Fiction

Sapiens Plurum contest entry

This was my entry into the 2019 Sapiens Plurum short story contest. In news which will shock precisely nobody, as this was my first attempt at writing a short story for a contest, not only did it totally fail to win, it didn’t even get an honourable mention.

“‘Save the world’, dad said”

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history, Politics

History, according to the British

If you’ve ever wondered why the UK acts the way it does, consider that my formal history lessons at school went like this:

  • Boudica had a perfectly justified but ultimately futile fight with the Romans
  • Saxons exist
  • “William the Conqueror” came, saw, and conquered liberated and/or unified the country
  • “The” Manga Carta
  • Civil war War of the Roses
  • Henry VIII
  • Civil war Catholics or Protestants argue about which one is sent from God and which is the unholy spawn of Satan’s armpit hair
  • Witch hunts
  • “The civil war”
  • The Spanish Armada is defeated by Britain being awesome in a totally unspecified way
  • Britain decided to end the slave trade but only after profiting from it greatly and at around the same time as everyone else in Europe, probably because the industrial revolution had started and manual labour was becoming less important
  • The Industrial Revolution, which according to this version of events consists entirely of “Steam Engine → power loom (that it exists, no description given) → one specific picture of Isambard Kingdom Brunel
  • Queen Victoria, who never smiled, perfectly embodied the essence of what it means to be British by calling herself “Empress of India”, marrying her first cousin (Prince Albert of Saxe-Coburg and Gotha) and being the head of state when the Great Famine hit Ireland and a million people starved to death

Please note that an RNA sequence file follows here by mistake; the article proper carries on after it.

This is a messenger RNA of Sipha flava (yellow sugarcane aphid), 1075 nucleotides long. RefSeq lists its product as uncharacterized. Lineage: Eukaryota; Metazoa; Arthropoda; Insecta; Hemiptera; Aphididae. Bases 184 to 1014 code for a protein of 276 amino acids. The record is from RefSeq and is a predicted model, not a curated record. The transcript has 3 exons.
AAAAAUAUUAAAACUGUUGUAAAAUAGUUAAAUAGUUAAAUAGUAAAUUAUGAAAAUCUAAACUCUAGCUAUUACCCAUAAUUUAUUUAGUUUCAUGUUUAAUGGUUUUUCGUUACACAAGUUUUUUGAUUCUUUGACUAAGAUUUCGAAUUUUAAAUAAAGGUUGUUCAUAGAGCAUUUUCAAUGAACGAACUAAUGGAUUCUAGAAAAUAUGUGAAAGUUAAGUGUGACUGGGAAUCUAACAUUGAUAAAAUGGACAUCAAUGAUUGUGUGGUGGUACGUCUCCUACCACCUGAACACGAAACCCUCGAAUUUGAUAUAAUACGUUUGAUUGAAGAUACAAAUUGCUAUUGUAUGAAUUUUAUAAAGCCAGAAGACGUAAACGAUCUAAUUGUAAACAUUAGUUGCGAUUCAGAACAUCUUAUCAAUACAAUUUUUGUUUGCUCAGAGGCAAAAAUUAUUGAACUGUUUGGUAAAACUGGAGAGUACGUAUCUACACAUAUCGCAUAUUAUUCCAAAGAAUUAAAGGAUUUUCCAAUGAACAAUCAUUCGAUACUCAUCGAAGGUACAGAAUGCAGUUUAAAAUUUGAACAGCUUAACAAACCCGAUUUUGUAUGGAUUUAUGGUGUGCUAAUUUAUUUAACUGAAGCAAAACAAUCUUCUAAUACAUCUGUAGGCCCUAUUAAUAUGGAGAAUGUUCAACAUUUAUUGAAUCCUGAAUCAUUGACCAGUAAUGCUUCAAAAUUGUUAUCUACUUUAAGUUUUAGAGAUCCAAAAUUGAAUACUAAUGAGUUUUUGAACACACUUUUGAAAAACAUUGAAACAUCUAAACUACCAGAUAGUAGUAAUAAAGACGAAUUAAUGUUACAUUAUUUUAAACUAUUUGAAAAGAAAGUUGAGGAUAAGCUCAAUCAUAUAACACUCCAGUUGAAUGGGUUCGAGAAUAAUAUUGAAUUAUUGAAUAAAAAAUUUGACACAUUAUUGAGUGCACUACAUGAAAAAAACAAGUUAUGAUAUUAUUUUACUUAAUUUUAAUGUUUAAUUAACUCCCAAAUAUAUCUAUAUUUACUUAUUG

• World War 1
  • World War 2, where the UK stood alone against the Nazis with only the help of USA, the USSR, the British Empire, the French resistance, the Danish resistance…

In addition to my sarcastic strike-through comments, notice what is missing:

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Science

Electrodynamic Lagrange points and fusion reactors

In celestial mechanics, the Lagrangian points (/ləˈɡrɑːniən/ also Lagrange points,[1] L-points, or libration points) are the points near two large bodies in orbit where a smaller object will maintain its position relative to the large orbiting bodies. At other locations, a small object would go into its own orbit around one of the large bodies, but at the Lagrangian points the gravitational forces of the two large bodies, the centripetal force of orbital motion, and (for certain points) the Coriolis acceleration all match up in a way that cause the small object to maintain a stable or nearly stable position relative to the large bodies.

“Lagrangian point”, Wikipedia

I’ve only seen this concept in reference to gravitational fields. I suspect an equivalent may exist for electric fields, which may be useful for developing an improved electrically confined fusion reactor (AKA the sort that school students make every so often as science fair projects, which currently have so many flaws that almost nobody expects them to ever become useful power sources).

Why would it be useful? Let’s begin with the current problem: electrostatic fusion reactors have two grids, one a cathode and the other an anode, to create the electric fields which accelerate the ions enough for nuclear fusion to happen. Unfortunately, fusion is very unlikely compared to the ions simply bouncing off each other, which means even a very spacious grid — 99% empty — isn’t empty enough, and most of the power gets wasted by the few ions which hit the grid each time they fly past.

Some designs try to get around the grid problem. For example Robert Bussard (yes that one) has designed the Polywell reactor which uses a virtual cathode: a cloud of magnetically confined electrons. Another possibility I’ve never had time (and probably resources) to simulate was finding out if the so-called “star mode” of a Farnsworth Fusor, where the ions primarily flow through the gaps in the grids, might be caused by a magnetic field generated by the current flowing between the grids — if it is, you could enhance that field relatively easily, and boost the efficiency. This probably still won’t make it a net power producer (anything I can think of will have been thought of a hundred times already by the professionals), but it might still be interesting for other things.

This brings me to the idea of a Lagrange point as a virtual cathode, where the virtual cathode is the dynamic balance of the electric charges as they move.